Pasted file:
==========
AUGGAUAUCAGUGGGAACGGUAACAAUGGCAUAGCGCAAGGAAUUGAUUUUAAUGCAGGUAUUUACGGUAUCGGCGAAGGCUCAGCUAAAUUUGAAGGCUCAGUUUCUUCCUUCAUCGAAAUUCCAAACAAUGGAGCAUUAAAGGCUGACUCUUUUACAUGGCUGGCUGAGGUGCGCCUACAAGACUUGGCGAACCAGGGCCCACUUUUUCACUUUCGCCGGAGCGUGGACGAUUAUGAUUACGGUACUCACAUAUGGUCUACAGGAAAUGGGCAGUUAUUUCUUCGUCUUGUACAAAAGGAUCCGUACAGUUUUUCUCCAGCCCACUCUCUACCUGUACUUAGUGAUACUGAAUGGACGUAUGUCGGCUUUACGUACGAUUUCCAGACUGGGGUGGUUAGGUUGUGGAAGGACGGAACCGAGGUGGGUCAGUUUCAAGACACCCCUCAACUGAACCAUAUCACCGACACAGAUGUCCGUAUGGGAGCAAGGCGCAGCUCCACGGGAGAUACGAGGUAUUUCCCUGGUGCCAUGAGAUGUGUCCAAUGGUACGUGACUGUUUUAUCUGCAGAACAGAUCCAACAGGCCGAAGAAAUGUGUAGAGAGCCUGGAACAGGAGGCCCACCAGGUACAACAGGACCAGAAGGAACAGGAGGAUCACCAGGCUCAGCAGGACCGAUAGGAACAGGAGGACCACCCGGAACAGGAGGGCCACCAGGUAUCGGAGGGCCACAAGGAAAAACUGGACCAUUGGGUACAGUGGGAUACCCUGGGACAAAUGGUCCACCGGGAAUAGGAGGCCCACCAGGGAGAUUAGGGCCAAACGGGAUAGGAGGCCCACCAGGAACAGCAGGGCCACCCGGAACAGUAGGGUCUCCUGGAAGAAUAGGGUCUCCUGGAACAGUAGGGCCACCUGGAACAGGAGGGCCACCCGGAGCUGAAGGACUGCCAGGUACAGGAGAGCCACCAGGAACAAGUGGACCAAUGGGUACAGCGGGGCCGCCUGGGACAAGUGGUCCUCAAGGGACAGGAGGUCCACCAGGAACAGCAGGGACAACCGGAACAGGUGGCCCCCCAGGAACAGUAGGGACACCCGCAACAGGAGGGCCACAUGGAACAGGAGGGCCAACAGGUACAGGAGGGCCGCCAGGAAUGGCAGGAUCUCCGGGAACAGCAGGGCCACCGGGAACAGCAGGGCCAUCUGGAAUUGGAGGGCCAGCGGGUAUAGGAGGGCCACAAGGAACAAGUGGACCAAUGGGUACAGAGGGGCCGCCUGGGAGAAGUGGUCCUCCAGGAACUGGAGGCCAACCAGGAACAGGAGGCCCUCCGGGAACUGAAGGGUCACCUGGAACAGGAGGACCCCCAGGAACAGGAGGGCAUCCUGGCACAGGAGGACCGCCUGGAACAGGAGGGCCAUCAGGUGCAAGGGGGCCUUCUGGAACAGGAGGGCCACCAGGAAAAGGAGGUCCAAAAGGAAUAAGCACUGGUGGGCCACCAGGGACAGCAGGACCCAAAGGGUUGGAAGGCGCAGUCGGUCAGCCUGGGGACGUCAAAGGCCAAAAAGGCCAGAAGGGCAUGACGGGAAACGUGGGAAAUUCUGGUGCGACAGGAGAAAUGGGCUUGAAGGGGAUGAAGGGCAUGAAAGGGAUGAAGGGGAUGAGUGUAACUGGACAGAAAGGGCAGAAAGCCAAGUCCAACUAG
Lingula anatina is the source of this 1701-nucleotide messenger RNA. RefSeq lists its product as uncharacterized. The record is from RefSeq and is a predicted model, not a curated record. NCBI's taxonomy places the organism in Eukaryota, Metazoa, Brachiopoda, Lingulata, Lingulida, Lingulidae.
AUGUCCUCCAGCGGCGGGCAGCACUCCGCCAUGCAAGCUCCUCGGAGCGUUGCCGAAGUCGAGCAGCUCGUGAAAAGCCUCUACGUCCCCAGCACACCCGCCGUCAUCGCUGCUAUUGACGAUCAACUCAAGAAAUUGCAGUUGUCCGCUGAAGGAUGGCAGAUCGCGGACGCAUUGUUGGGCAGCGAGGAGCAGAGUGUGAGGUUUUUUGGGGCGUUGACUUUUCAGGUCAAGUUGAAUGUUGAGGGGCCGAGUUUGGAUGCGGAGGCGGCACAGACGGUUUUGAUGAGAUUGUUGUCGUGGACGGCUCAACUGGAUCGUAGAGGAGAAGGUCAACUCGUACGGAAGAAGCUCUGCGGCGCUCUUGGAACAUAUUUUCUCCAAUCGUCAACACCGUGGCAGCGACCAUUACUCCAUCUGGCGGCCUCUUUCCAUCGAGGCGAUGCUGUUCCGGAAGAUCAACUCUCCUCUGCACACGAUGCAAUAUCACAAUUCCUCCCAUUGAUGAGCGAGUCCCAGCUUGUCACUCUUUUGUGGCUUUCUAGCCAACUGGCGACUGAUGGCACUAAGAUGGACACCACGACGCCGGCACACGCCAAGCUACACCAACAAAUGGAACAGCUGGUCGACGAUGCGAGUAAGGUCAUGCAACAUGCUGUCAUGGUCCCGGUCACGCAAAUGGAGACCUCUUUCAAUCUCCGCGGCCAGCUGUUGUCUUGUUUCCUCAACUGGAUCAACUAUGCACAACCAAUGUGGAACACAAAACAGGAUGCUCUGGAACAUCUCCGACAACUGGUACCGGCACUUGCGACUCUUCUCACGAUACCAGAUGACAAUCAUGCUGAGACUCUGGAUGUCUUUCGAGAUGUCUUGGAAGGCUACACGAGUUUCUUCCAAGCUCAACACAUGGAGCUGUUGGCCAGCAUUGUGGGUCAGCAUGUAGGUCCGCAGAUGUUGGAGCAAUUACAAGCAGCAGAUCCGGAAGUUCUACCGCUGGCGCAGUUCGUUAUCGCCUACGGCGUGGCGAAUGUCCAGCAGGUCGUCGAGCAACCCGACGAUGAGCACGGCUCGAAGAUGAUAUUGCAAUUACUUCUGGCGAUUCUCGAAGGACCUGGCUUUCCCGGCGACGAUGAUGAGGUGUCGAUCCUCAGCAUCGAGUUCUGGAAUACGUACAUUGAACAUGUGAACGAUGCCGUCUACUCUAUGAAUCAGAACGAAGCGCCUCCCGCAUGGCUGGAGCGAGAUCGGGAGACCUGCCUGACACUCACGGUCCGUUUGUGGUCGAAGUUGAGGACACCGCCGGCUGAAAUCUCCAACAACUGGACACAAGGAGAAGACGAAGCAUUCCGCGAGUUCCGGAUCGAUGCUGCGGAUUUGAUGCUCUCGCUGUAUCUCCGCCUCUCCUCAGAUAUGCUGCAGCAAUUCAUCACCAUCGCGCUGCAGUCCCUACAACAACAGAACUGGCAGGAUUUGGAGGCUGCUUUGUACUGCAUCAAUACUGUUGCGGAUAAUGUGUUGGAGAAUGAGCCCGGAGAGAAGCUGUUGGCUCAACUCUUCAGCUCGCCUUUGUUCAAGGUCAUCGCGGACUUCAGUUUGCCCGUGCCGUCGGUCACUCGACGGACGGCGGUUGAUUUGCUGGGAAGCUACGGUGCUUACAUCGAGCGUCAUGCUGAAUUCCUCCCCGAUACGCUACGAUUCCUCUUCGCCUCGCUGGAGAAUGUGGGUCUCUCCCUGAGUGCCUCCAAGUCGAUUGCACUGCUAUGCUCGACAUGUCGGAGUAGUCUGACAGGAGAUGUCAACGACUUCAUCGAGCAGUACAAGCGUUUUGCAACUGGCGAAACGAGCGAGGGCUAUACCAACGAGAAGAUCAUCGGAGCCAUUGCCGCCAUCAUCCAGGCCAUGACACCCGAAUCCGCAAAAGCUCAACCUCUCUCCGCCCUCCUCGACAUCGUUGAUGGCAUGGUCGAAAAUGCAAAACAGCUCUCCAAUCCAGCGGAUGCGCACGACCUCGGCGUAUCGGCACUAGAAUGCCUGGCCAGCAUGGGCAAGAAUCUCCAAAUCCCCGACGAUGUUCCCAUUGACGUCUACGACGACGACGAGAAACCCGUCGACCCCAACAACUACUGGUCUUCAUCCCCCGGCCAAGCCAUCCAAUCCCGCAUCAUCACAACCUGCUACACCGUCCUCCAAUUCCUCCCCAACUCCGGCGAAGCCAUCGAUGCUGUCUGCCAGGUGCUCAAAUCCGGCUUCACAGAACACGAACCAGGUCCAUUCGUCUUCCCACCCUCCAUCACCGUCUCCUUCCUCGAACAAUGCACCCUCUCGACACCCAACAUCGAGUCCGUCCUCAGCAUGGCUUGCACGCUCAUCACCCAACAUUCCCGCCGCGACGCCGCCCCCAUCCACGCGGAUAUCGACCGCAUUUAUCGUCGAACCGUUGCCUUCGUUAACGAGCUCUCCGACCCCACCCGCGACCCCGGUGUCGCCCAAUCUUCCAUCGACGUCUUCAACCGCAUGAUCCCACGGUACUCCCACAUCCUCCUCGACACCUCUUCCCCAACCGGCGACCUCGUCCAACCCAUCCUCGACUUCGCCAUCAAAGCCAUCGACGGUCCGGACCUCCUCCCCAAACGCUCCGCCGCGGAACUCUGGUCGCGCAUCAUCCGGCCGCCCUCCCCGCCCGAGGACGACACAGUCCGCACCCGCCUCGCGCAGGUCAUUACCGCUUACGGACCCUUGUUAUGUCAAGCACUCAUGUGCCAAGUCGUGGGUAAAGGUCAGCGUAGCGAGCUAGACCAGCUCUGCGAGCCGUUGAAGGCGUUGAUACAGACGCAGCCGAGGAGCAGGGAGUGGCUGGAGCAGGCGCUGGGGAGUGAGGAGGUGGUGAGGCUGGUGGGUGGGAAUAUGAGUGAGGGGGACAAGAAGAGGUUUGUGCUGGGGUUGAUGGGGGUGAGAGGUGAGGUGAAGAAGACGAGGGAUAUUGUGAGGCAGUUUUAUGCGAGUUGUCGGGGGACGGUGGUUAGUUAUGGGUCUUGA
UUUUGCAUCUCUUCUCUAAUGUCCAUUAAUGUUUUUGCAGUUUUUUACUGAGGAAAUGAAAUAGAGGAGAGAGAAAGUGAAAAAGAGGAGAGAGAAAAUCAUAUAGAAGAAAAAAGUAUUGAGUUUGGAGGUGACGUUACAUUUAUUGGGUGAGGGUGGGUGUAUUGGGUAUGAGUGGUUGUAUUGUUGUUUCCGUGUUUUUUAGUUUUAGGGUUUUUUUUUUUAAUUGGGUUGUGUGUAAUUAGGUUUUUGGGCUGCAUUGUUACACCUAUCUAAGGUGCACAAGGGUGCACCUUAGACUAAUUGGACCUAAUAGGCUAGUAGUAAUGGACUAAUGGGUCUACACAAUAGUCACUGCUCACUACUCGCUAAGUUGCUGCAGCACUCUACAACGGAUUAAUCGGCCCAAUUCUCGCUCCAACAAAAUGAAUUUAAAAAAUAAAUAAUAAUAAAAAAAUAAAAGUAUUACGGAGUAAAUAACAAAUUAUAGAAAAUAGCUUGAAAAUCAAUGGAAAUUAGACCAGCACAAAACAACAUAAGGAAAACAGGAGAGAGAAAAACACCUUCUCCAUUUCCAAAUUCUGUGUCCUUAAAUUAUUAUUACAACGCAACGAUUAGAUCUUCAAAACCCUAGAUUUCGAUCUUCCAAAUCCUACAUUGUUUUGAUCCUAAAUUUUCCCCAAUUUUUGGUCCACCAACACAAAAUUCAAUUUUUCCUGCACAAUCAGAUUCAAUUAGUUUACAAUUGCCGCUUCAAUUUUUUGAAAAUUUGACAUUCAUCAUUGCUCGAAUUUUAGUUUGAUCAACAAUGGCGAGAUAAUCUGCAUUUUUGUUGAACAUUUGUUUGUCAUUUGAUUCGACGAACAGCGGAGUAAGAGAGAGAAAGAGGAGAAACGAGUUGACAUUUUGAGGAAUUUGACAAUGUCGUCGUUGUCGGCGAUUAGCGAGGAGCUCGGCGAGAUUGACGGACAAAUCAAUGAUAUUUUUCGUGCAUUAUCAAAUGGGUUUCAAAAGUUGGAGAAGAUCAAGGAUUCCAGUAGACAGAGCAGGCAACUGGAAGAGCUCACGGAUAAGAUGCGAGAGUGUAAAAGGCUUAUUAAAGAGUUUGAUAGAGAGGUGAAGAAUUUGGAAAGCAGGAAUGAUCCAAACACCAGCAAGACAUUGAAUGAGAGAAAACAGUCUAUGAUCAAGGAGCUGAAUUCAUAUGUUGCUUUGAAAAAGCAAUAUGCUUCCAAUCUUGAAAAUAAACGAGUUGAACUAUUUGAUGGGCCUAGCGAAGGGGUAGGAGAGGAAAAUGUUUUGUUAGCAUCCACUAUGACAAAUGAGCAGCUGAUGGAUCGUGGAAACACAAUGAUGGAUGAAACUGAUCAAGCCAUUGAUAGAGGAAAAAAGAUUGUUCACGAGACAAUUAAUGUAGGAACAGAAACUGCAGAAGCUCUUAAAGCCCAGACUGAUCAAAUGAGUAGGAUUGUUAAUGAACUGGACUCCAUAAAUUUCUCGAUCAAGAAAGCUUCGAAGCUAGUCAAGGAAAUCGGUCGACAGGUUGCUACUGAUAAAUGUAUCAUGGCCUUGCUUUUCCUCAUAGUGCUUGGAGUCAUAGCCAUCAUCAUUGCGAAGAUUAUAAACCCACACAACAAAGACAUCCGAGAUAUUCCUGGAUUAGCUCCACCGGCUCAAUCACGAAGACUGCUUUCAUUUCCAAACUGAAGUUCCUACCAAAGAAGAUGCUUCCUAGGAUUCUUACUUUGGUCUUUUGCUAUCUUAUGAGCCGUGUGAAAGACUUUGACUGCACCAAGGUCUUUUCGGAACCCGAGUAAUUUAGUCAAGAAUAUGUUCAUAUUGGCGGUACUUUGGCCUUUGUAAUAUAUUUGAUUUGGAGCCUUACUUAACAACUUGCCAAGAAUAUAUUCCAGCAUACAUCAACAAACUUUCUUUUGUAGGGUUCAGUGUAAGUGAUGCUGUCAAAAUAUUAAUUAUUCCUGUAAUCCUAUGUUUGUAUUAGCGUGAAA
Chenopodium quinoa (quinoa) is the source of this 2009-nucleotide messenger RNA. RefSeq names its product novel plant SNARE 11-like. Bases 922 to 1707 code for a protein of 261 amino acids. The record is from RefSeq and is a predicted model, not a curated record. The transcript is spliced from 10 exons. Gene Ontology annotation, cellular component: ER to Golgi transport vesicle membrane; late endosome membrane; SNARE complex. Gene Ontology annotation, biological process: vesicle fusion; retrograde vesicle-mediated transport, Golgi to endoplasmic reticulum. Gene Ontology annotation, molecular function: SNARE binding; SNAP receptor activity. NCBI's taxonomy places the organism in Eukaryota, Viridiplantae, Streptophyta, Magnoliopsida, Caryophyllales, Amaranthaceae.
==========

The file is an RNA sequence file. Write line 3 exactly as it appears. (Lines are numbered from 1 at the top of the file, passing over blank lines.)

AUGUCCUCCAGCGGCGGGCAGCACUCCGCCAUGCAAGCUCCUCGGAGCGUUGCCGAAGUCGAGCAGCUCGUGAAAAGCCUCUACGUCCCCAGCACACCCGCCGUCAUCGCUGCUAUUGACGAUCAACUCAAGAAAUUGCAGUUGUCCGCUGAAGGAUGGCAGAUCGCGGACGCAUUGUUGGGCAGCGAGGAGCAGAGUGUGAGGUUUUUUGGGGCGUUGACUUUUCAGGUCAAGUUGAAUGUUGAGGGGCCGAGUUUGGAUGCGGAGGCGGCACAGACGGUUUUGAUGAGAUUGUUGUCGUGGACGGCUCAACUGGAUCGUAGAGGAGAAGGUCAACUCGUACGGAAGAAGCUCUGCGGCGCUCUUGGAACAUAUUUUCUCCAAUCGUCAACACCGUGGCAGCGACCAUUACUCCAUCUGGCGGCCUCUUUCCAUCGAGGCGAUGCUGUUCCGGAAGAUCAACUCUCCUCUGCACACGAUGCAAUAUCACAAUUCCUCCCAUUGAUGAGCGAGUCCCAGCUUGUCACUCUUUUGUGGCUUUCUAGCCAACUGGCGACUGAUGGCACUAAGAUGGACACCACGACGCCGGCACACGCCAAGCUACACCAACAAAUGGAACAGCUGGUCGACGAUGCGAGUAAGGUCAUGCAACAUGCUGUCAUGGUCCCGGUCACGCAAAUGGAGACCUCUUUCAAUCUCCGCGGCCAGCUGUUGUCUUGUUUCCUCAACUGGAUCAACUAUGCACAACCAAUGUGGAACACAAAACAGGAUGCUCUGGAACAUCUCCGACAACUGGUACCGGCACUUGCGACUCUUCUCACGAUACCAGAUGACAAUCAUGCUGAGACUCUGGAUGUCUUUCGAGAUGUCUUGGAAGGCUACACGAGUUUCUUCCAAGCUCAACACAUGGAGCUGUUGGCCAGCAUUGUGGGUCAGCAUGUAGGUCCGCAGAUGUUGGAGCAAUUACAAGCAGCAGAUCCGGAAGUUCUACCGCUGGCGCAGUUCGUUAUCGCCUACGGCGUGGCGAAUGUCCAGCAGGUCGUCGAGCAACCCGACGAUGAGCACGGCUCGAAGAUGAUAUUGCAAUUACUUCUGGCGAUUCUCGAAGGACCUGGCUUUCCCGGCGACGAUGAUGAGGUGUCGAUCCUCAGCAUCGAGUUCUGGAAUACGUACAUUGAACAUGUGAACGAUGCCGUCUACUCUAUGAAUCAGAACGAAGCGCCUCCCGCAUGGCUGGAGCGAGAUCGGGAGACCUGCCUGACACUCACGGUCCGUUUGUGGUCGAAGUUGAGGACACCGCCGGCUGAAAUCUCCAACAACUGGACACAAGGAGAAGACGAAGCAUUCCGCGAGUUCCGGAUCGAUGCUGCGGAUUUGAUGCUCUCGCUGUAUCUCCGCCUCUCCUCAGAUAUGCUGCAGCAAUUCAUCACCAUCGCGCUGCAGUCCCUACAACAACAGAACUGGCAGGAUUUGGAGGCUGCUUUGUACUGCAUCAAUACUGUUGCGGAUAAUGUGUUGGAGAAUGAGCCCGGAGAGAAGCUGUUGGCUCAACUCUUCAGCUCGCCUUUGUUCAAGGUCAUCGCGGACUUCAGUUUGCCCGUGCCGUCGGUCACUCGACGGACGGCGGUUGAUUUGCUGGGAAGCUACGGUGCUUACAUCGAGCGUCAUGCUGAAUUCCUCCCCGAUACGCUACGAUUCCUCUUCGCCUCGCUGGAGAAUGUGGGUCUCUCCCUGAGUGCCUCCAAGUCGAUUGCACUGCUAUGCUCGACAUGUCGGAGUAGUCUGACAGGAGAUGUCAACGACUUCAUCGAGCAGUACAAGCGUUUUGCAACUGGCGAAACGAGCGAGGGCUAUACCAACGAGAAGAUCAUCGGAGCCAUUGCCGCCAUCAUCCAGGCCAUGACACCCGAAUCCGCAAAAGCUCAACCUCUCUCCGCCCUCCUCGACAUCGUUGAUGGCAUGGUCGAAAAUGCAAAACAGCUCUCCAAUCCAGCGGAUGCGCACGACCUCGGCGUAUCGGCACUAGAAUGCCUGGCCAGCAUGGGCAAGAAUCUCCAAAUCCCCGACGAUGUUCCCAUUGACGUCUACGACGACGACGAGAAACCCGUCGACCCCAACAACUACUGGUCUUCAUCCCCCGGCCAAGCCAUCCAAUCCCGCAUCAUCACAACCUGCUACACCGUCCUCCAAUUCCUCCCCAACUCCGGCGAAGCCAUCGAUGCUGUCUGCCAGGUGCUCAAAUCCGGCUUCACAGAACACGAACCAGGUCCAUUCGUCUUCCCACCCUCCAUCACCGUCUCCUUCCUCGAACAAUGCACCCUCUCGACACCCAACAUCGAGUCCGUCCUCAGCAUGGCUUGCACGCUCAUCACCCAACAUUCCCGCCGCGACGCCGCCCCCAUCCACGCGGAUAUCGACCGCAUUUAUCGUCGAACCGUUGCCUUCGUUAACGAGCUCUCCGACCCCACCCGCGACCCCGGUGUCGCCCAAUCUUCCAUCGACGUCUUCAACCGCAUGAUCCCACGGUACUCCCACAUCCUCCUCGACACCUCUUCCCCAACCGGCGACCUCGUCCAACCCAUCCUCGACUUCGCCAUCAAAGCCAUCGACGGUCCGGACCUCCUCCCCAAACGCUCCGCCGCGGAACUCUGGUCGCGCAUCAUCCGGCCGCCCUCCCCGCCCGAGGACGACACAGUCCGCACCCGCCUCGCGCAGGUCAUUACCGCUUACGGACCCUUGUUAUGUCAAGCACUCAUGUGCCAAGUCGUGGGUAAAGGUCAGCGUAGCGAGCUAGACCAGCUCUGCGAGCCGUUGAAGGCGUUGAUACAGACGCAGCCGAGGAGCAGGGAGUGGCUGGAGCAGGCGCUGGGGAGUGAGGAGGUGGUGAGGCUGGUGGGUGGGAAUAUGAGUGAGGGGGACAAGAAGAGGUUUGUGCUGGGGUUGAUGGGGGUGAGAGGUGAGGUGAAGAAGACGAGGGAUAUUGUGAGGCAGUUUUAUGCGAGUUGUCGGGGGACGGUGGUUAGUUAUGGGUCUUGA